An open house and potluck party was given in her honor when 45 guests came to help her celebrate the occasion and to extend congratulations. Mrs. Howe, is still active and enjoys good health. She is a member of the Glenwood Ladies Aid.
Mrs. Howe is a staunch Grange member, being a silver star member of Glenwood Orange No. 94, having joined in 1903. She has held various offices, her favorite being Lady Assistant Steward for seven years. At this time she holds the office of Ceres. Mrs. Howe is also a member of the 7th degree of the National Grange.
In telling of her life adventures, Mrs. Howe said: "I left Germany at the age of 16 years with my parents in the spring of 1872. At Bramahafen [Bremerhaven] we boarded a sail ship for America. We sailed on the Atlantic ocean for six weeks. An epidemic of smallpox broke out and many passengers died, their bodies were wrapped in sail cloth and burial made at sea. I did not contract the disease. One night our ship sprung a leak. All men were called out of bed to help pump water out in order that the ship may be repaired, Women and children were left asleep, not knowing the peril our ship was in.
"We came to Chicago on May 19, 1872, the next spring following the big Chicago fire. Places were still smoking in the ruins of ashes and charred buildings. I lived in Chicago for 13 years and married Herman Schultz in 1812. When the government opened up homestead lands in the west a lot of our friends were coming west and we followed suit, my husband coming first with Charley Feller Sr. to Washington Territory. Our homestead was taken on the Outlet in Camas Prairie. I came in July of the same year. My husband was busy building a small log cabin. It had a native rock fireplace, the ground for a floor and a few pieces of home-made furniture. We lived there until a bigger and better log house could be built.
"Hundreds of Indians and their horses in colorful parades passed our home every summer going to and from the huckleberry fields in the mountains, often stopping in to beg for something to eat or trade. They were hearty eaters and cleaned my table more than once and would demand more. At one time a couple of Bucks tried to trade me an old overcoat for the only sack of flour we had. It took a lot of talking to keep my sack of flour. Another time they insisted on taking my husbands gun and leaving an old Indian blanket in trade, but I hung onto the gun.
"I had the experience of getting lost, I took a short rut through the woods to Glenwood. I finally came out by the old McCumber farm.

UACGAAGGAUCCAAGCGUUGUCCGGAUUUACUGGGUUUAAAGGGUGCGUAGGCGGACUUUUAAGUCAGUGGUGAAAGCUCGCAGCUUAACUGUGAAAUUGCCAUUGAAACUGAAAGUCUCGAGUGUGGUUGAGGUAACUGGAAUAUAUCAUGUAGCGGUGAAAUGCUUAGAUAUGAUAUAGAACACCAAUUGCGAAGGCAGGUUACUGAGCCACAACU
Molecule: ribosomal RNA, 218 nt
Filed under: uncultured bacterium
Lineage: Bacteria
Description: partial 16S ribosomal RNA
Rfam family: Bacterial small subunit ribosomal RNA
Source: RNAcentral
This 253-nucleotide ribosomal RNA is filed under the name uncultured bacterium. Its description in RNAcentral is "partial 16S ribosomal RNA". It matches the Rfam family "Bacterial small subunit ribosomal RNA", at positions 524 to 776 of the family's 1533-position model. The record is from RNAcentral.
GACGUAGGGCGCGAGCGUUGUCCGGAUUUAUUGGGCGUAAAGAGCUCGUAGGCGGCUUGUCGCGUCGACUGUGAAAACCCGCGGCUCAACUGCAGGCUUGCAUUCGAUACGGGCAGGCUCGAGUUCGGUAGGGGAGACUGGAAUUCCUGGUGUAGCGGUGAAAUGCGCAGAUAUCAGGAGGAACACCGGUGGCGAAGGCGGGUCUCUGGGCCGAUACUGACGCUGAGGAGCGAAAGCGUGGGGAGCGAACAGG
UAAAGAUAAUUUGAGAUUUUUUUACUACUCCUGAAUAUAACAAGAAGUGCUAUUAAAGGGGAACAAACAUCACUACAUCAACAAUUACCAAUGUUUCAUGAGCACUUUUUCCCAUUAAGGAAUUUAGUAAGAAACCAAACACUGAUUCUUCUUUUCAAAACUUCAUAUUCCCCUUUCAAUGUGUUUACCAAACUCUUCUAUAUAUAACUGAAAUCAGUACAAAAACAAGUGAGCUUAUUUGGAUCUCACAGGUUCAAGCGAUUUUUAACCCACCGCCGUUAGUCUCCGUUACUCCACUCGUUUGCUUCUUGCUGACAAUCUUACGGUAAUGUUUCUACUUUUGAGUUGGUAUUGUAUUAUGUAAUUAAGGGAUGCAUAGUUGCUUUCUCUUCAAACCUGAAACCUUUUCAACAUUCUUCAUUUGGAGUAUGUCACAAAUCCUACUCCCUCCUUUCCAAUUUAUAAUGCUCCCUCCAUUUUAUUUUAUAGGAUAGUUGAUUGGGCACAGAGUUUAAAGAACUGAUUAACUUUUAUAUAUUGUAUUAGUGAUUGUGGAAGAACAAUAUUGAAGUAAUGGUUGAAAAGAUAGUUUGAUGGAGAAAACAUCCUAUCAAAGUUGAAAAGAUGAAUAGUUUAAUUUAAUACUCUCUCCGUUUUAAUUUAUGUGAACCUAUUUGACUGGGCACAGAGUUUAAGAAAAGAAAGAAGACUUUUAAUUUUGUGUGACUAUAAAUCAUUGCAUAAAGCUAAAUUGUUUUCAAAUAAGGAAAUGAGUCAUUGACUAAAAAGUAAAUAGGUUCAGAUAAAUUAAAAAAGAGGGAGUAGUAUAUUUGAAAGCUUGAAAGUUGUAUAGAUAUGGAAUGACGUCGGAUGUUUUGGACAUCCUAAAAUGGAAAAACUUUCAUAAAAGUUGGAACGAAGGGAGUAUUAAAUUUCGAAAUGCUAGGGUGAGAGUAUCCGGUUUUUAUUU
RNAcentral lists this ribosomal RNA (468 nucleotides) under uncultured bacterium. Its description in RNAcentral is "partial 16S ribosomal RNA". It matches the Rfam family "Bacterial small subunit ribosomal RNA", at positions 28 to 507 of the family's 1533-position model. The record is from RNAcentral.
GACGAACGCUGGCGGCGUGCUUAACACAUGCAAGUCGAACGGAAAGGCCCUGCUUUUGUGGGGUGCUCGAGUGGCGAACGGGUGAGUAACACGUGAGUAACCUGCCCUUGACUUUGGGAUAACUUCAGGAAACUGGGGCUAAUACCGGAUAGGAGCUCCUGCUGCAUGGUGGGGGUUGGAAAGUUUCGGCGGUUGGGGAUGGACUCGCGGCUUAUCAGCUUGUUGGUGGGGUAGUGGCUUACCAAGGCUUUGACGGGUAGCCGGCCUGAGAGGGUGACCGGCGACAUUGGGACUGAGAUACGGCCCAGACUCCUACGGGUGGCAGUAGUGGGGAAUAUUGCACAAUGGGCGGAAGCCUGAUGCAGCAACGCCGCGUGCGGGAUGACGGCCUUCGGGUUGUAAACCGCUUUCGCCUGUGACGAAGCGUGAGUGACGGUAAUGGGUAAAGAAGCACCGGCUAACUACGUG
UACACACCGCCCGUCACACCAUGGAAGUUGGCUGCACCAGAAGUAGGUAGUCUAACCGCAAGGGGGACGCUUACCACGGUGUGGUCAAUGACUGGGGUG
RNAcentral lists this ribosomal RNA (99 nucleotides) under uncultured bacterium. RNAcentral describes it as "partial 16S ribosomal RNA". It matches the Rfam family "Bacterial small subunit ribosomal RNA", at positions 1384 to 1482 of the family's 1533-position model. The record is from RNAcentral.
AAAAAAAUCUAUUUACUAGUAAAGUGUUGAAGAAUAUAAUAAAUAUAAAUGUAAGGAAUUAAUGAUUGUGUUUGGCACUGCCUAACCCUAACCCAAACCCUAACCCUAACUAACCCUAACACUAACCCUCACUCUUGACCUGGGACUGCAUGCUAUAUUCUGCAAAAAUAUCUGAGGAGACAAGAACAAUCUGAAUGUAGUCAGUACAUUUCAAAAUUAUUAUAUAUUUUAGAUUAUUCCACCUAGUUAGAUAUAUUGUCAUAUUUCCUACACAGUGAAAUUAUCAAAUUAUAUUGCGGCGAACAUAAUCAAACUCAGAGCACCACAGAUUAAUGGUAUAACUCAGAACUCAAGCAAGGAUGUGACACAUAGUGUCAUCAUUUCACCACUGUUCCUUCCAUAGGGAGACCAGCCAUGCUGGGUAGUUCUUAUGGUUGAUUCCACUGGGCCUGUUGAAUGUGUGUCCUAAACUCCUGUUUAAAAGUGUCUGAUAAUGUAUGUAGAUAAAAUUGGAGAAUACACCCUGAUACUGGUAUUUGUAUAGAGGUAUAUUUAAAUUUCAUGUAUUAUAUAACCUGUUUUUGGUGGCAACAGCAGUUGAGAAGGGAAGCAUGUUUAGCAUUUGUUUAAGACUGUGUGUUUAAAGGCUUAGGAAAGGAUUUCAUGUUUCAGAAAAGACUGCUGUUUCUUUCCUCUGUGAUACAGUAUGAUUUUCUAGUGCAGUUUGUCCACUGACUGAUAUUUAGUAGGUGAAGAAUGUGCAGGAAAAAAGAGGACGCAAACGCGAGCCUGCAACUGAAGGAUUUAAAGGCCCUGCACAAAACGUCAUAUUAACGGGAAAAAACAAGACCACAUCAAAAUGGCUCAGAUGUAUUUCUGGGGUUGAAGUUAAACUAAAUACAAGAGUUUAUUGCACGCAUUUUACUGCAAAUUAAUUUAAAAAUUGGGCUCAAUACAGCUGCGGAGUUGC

"We always traveled on foot. Times were hard, especially for city folks to make a living In the country, so one or the other of us would go to Portland, Oregon, and work out to make a few dollars to live on.
"I also recall seeing the first automobile that came to Portland. It was owned by the late Henry Weimmer, who boarded in the place where I was housekeeping. He owned the big tent and awning establishment in Portland. I still own a dress in Gipsy costume he gave me, made out of the colorful awnings from his shop. At that time I lived on Taylor and 7th street, now called Broadway, across where now stands the Y. W. C. A.
In 1892 my only child, a daughter, was born in the new log house. We named her Thusnelda Corneila. Everyone knows her as just Nelda now. Her father passed on in 1915.
I married Jacob Howe in 1904. He died in 1921. My home is now with my daughter and her husband, Ferdinand Markgraf and my hobby is to play a good game of pinochle occasionally and keep up with world events on the radio."
Extract from Mount Adams Cemetery in Glenwood, Washington:
Markgraf Albert W. Apr 21 1850 Dec 10 1930 Hood River, Oregon
Markgraf Amelia Jan 13 1850 Mar 17 1926 Glenwood, Washington
Markgraf Carl E. Jun 8 1918 May 23 1920 Portland, Oregon
Markgraf Edna Laura May 17 1891 Mar 21 1961 White Salmon, Washington
Markgraf Ferdinand Sep 16 1882 Aug 14 1950 Klickitat Co., Washington
Markgraf Gustav Carl Jan 4 1874 Jul 3 1948 N. Bonneville, Washington
Markgraf Gustav Karl May 25 1910 Oct 17 1980 Alameda County, California
Markgraf Hannah Isabel Dec 26 1883 Aug 3 1974 Oakland, California
Markgraf Hiram Albert Jan 2 1910 Sep 25 1989 Vancouver, Washington
Markgraf Lela Louise Oct 20 1887 Oct 20 1937 Glenwood, Washington
Markgraf Mary Etta Oct 5 1914 May 19 2001 Appleton, Washington
MARKGRAF NELDA CARNELIA Dec 30 1892 Feb 17 1952 Goldendale, Washington
Markgraf Peter Henry Sep 24 1923 Aug 17 1938 Hood River, Oregon
Markgraf Shirley Lavonne Apr 14 1935 Nov 15 1948 Hood River, Oregon
Markgraf William F. Jun 26 1884 Sep 29 1957 Vancouver, Washington